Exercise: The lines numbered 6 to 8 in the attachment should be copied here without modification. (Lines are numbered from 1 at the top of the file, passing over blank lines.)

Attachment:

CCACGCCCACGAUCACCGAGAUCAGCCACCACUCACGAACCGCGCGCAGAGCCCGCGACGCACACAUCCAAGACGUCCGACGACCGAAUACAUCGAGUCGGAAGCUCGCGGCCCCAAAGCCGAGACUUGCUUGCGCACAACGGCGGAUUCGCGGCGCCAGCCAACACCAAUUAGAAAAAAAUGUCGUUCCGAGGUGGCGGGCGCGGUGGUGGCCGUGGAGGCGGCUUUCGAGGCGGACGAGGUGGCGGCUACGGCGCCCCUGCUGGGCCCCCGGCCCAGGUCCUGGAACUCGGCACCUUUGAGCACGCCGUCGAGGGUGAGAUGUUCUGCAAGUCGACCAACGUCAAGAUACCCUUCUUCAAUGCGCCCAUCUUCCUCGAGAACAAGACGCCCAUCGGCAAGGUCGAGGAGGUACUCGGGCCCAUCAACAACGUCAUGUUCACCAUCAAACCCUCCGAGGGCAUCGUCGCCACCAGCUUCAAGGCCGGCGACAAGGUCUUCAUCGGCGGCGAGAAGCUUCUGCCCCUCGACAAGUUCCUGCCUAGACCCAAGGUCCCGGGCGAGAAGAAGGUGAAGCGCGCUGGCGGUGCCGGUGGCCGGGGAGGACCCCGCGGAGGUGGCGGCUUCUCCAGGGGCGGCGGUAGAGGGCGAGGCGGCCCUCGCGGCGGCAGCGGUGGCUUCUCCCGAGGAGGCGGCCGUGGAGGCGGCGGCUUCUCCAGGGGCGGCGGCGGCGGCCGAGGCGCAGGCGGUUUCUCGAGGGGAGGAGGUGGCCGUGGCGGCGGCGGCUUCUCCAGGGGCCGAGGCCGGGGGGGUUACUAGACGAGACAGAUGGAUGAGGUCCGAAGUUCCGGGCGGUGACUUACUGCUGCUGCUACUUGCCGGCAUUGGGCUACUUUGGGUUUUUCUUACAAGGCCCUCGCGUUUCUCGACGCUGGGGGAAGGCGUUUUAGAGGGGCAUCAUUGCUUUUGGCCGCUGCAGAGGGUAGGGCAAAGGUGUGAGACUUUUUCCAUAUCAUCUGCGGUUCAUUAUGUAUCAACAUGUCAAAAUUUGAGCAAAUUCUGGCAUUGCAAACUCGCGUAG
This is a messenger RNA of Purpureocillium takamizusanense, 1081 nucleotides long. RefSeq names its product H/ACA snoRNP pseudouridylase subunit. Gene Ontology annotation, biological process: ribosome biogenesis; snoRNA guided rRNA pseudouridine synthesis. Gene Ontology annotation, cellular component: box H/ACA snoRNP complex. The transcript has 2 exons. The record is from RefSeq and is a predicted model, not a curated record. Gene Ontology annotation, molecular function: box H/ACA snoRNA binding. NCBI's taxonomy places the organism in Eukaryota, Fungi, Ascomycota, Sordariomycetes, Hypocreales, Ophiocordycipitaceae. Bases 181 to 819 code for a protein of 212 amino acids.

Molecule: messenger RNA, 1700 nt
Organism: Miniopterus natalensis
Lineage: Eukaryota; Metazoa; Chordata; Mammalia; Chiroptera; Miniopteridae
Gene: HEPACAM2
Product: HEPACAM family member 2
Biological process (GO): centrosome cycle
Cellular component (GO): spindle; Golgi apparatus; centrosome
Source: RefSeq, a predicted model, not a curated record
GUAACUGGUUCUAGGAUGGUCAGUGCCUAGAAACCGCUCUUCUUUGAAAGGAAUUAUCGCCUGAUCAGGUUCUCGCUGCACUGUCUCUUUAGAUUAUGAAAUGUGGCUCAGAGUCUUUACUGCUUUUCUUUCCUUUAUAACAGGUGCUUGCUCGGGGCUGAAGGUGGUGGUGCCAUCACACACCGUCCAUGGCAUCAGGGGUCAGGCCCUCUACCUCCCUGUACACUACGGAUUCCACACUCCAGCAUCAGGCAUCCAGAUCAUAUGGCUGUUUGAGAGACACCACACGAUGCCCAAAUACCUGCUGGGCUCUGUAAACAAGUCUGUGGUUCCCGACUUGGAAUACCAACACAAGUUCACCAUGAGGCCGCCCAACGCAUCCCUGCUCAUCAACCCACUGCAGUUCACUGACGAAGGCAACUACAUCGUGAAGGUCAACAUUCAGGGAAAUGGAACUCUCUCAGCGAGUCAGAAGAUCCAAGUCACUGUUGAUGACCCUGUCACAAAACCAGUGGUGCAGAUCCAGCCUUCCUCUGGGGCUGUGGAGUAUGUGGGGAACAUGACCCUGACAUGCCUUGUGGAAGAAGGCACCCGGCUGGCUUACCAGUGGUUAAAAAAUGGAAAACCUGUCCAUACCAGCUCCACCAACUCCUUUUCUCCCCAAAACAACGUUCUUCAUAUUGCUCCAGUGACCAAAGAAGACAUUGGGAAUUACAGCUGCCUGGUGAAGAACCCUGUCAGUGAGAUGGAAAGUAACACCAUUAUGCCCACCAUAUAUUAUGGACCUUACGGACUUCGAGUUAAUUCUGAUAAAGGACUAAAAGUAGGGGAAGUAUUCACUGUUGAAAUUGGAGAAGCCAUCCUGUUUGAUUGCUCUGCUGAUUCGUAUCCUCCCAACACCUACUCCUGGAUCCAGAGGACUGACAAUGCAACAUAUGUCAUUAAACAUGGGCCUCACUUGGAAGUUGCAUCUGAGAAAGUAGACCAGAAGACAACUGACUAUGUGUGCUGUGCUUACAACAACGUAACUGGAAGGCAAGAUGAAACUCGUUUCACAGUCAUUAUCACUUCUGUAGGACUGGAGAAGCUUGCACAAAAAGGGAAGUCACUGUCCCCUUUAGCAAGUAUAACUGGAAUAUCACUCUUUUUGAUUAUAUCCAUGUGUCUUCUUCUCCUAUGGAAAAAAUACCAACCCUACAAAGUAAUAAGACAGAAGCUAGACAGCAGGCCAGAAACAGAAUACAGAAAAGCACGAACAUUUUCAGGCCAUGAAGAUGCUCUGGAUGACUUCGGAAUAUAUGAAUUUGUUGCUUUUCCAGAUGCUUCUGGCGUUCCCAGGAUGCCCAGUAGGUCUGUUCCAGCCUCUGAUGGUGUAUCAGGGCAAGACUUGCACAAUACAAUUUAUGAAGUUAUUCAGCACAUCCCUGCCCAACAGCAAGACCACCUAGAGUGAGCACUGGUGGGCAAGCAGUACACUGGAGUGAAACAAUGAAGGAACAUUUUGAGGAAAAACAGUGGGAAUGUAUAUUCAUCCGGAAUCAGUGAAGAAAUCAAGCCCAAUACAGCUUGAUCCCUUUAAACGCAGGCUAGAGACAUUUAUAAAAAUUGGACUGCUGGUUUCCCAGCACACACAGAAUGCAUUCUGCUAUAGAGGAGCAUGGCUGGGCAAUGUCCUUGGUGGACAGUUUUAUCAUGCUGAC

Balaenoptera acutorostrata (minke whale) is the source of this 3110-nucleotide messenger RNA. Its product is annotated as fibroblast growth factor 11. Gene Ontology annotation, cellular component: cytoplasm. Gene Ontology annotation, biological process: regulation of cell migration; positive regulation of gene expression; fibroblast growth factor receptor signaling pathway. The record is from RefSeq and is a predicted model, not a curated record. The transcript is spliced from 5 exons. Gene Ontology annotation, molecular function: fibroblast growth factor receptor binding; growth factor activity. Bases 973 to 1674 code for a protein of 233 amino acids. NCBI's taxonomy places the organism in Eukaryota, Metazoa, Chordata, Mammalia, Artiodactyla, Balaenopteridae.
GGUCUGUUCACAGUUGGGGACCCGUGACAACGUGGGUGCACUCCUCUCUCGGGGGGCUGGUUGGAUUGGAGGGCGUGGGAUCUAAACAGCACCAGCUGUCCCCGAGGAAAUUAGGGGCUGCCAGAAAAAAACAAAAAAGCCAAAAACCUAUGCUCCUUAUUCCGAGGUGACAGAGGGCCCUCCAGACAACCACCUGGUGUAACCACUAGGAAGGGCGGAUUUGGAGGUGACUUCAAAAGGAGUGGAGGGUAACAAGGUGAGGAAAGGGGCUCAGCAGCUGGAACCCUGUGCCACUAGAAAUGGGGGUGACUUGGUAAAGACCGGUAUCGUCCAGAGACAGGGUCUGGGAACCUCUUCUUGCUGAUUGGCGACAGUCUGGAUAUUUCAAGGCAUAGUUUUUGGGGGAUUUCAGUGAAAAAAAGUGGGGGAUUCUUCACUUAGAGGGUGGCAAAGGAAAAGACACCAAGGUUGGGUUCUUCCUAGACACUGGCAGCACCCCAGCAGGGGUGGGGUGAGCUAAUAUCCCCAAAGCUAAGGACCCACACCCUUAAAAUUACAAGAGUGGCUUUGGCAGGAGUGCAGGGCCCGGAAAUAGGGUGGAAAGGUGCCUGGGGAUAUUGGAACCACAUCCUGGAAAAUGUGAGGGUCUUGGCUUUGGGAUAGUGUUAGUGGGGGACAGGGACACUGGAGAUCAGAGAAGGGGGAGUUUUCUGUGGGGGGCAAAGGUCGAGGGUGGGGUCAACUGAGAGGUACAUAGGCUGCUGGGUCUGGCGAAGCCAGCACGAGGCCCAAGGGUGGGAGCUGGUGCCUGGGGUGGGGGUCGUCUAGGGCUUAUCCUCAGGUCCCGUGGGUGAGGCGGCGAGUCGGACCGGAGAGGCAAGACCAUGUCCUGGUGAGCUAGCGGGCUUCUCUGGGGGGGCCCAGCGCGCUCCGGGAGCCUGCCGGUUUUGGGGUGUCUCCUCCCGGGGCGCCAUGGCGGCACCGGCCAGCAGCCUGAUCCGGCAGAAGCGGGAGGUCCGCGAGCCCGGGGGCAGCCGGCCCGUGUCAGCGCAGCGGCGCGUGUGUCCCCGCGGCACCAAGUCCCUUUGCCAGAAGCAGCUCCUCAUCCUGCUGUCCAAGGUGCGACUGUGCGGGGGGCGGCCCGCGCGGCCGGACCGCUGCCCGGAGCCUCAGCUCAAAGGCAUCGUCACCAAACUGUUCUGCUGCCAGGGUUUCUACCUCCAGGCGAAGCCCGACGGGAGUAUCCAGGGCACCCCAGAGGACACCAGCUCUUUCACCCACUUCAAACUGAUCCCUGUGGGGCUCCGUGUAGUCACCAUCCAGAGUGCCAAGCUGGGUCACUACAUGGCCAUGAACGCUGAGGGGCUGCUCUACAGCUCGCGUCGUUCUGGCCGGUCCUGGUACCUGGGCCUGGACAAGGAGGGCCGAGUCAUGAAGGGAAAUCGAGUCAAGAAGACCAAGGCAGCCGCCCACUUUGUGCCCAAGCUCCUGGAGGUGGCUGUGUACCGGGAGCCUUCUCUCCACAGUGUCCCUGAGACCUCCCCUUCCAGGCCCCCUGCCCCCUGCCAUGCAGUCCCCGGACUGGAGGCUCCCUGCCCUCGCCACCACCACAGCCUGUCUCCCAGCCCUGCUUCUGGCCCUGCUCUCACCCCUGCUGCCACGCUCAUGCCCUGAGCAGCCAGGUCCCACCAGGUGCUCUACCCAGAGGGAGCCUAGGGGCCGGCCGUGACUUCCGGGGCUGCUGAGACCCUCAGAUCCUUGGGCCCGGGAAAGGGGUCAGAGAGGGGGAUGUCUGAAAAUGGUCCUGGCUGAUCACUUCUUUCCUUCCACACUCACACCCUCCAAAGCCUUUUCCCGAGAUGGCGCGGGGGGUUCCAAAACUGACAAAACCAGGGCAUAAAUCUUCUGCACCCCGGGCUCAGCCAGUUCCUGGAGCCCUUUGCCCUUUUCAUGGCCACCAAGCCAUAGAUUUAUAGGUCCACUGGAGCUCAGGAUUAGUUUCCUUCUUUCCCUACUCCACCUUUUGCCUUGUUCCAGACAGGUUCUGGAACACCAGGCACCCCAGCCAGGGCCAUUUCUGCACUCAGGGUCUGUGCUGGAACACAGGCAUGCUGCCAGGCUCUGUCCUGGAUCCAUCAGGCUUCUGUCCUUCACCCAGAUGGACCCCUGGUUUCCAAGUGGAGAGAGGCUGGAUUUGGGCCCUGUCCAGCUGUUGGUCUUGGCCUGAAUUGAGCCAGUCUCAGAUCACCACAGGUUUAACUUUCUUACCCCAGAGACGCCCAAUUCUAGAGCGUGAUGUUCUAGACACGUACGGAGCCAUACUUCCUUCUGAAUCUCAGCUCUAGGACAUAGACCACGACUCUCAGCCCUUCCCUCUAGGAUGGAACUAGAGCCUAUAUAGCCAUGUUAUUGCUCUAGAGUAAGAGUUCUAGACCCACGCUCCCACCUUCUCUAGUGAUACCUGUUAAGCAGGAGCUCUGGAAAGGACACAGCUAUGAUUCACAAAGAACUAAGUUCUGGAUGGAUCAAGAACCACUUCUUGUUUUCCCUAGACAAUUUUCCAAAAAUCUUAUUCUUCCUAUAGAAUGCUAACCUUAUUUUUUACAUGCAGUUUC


Gene: HEPACAM2
Product: HEPACAM family member 2
Biological process (GO): centrosome cycle